JD, its main local rival, saw revenues leap by nearly 58%.
Chinese are still spending heavily abroad.
Their international tax-free shopping shot up 58% last year, according to a new report from Global Blue, a big operator of duty-free shops.
Overall, Chinese tourists spent 215 billion on outbound travel last year, a rise of 53% on the previous year.
Ctrip, a big online travel firm partly owned by Baidu, a Chinese internet search giant, saw its revenues jump by nearly half last year, to 10.9 billion yuan.
As with cars, screens and travel, so with consumption generally.
All retail sales across the economy, adjusted for inflation, rose by 9.6% during the first quarter, compared with the same period a year ago.
The services sector, which caters to the growing demands of the middle class, has been rising by 8% a year in real terms since 2012.
Services made up 57% of economic output in the first quarter; electricity consumption in services rose by some 10%, but was as flat for industry.
Not every market is as bouncy as it once was.
A cooling economy and an official anti-corruption drive have squeezed luxury goods, sales of which fell by 2% year on year in 2015, to 113 billion yuan.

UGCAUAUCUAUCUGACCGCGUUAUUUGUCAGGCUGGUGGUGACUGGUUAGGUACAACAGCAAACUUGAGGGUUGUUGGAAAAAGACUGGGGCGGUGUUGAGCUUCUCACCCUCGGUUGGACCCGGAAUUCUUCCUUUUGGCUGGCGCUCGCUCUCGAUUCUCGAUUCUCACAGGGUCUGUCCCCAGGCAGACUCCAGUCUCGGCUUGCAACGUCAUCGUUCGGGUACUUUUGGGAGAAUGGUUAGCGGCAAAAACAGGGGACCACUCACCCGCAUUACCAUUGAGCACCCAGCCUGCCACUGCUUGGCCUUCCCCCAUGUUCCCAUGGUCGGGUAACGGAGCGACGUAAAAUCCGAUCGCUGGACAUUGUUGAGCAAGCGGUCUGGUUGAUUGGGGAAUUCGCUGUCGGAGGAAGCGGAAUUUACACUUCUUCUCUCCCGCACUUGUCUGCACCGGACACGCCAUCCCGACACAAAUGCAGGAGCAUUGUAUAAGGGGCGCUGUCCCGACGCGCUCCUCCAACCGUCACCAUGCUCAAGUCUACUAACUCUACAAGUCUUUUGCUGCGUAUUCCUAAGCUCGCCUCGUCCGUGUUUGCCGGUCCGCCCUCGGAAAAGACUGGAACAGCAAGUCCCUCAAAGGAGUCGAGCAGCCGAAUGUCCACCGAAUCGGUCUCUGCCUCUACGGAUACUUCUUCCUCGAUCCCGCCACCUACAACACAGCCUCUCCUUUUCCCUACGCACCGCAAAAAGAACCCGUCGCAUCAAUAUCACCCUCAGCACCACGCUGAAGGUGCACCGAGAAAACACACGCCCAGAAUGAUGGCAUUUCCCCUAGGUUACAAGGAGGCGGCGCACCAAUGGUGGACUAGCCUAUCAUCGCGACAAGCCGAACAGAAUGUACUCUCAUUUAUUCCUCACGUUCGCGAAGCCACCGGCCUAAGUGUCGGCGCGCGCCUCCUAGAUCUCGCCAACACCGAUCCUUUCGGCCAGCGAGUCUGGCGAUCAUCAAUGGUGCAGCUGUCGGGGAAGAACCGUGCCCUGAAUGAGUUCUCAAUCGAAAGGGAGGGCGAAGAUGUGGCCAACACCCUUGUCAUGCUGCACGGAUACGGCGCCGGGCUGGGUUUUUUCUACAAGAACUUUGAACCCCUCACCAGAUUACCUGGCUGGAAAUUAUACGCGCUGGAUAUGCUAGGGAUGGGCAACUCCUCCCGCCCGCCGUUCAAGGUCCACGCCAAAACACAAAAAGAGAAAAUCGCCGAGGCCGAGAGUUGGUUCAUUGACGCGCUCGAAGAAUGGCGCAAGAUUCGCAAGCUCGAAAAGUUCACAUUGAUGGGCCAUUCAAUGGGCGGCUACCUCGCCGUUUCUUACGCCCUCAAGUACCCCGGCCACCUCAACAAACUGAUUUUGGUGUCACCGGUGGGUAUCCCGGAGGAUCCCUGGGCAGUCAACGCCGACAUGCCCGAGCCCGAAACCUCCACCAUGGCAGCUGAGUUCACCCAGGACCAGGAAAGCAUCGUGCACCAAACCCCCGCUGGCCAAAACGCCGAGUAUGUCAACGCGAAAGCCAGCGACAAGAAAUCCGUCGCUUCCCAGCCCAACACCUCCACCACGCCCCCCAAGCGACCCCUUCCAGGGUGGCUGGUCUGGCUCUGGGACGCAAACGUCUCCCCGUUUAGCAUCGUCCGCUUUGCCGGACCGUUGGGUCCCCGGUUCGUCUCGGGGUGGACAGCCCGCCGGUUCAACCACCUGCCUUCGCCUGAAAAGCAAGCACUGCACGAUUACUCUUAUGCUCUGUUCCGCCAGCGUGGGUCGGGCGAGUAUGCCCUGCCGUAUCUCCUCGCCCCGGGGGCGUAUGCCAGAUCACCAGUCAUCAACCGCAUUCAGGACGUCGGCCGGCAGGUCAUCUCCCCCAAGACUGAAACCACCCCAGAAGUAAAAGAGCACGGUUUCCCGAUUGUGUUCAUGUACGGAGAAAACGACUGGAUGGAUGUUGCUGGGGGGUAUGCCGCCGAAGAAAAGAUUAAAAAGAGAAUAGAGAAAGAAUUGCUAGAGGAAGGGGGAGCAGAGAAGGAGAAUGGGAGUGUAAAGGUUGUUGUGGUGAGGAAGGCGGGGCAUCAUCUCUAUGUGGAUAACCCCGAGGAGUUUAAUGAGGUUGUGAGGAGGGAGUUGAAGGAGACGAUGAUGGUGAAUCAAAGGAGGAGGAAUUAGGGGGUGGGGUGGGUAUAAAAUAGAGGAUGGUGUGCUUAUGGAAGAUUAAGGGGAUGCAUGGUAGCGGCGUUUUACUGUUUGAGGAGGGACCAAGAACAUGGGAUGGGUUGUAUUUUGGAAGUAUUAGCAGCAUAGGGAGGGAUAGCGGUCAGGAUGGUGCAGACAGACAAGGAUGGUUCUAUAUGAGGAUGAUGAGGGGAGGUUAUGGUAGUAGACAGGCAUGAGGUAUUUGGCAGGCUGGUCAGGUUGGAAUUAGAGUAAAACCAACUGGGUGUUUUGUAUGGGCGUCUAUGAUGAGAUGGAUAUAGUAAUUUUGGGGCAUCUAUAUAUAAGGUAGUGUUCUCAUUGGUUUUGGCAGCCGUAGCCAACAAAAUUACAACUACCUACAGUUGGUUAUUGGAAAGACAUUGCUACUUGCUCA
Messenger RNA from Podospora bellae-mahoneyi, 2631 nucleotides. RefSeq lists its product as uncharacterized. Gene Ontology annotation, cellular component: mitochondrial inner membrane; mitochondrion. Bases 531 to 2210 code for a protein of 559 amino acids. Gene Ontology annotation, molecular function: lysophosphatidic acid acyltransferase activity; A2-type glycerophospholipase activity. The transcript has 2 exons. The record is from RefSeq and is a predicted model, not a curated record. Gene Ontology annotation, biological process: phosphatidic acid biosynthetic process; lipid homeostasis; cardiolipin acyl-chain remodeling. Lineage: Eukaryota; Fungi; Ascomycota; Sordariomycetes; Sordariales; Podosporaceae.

But some firms are doing well.
Remy Cointreau, a premium liquor brand offering tamper-proof bottles on the mainland (near field communications tags tell your smartphone if the booze has been diluted), saw global revenues rise by nearly 10% last quarter and credited improving trends in greater China.
According to Bernard Arnault, the boss of LVMH, a luxury goliath: Analysts underestimate the Chinese economy… the fundamentals are good. Household spending is still increasing.
The two Chinas
Can consumption remain resilient given the troubles of the country's state-dominated industrial economy, ranging from vast overcapacity to record levels of debt?
One temporary source of comfort is the fact that the state sector may now itself be stabilising, thanks to a massive, debt-fuelled government stimulus.
But greater reassurance comes from the fact that even a big shakeout in heavy industry would be unlikely to derail the Chinese consumer.
By one estimate, if 30% of capacity is slashed across China's most bloated state industries, perhaps 3m workers will lose their jobs over the next three years.
But thanks largely to the private sector, the country created 64m jobs between 2011 and 2015, with more than 13m emerging in the past year alone.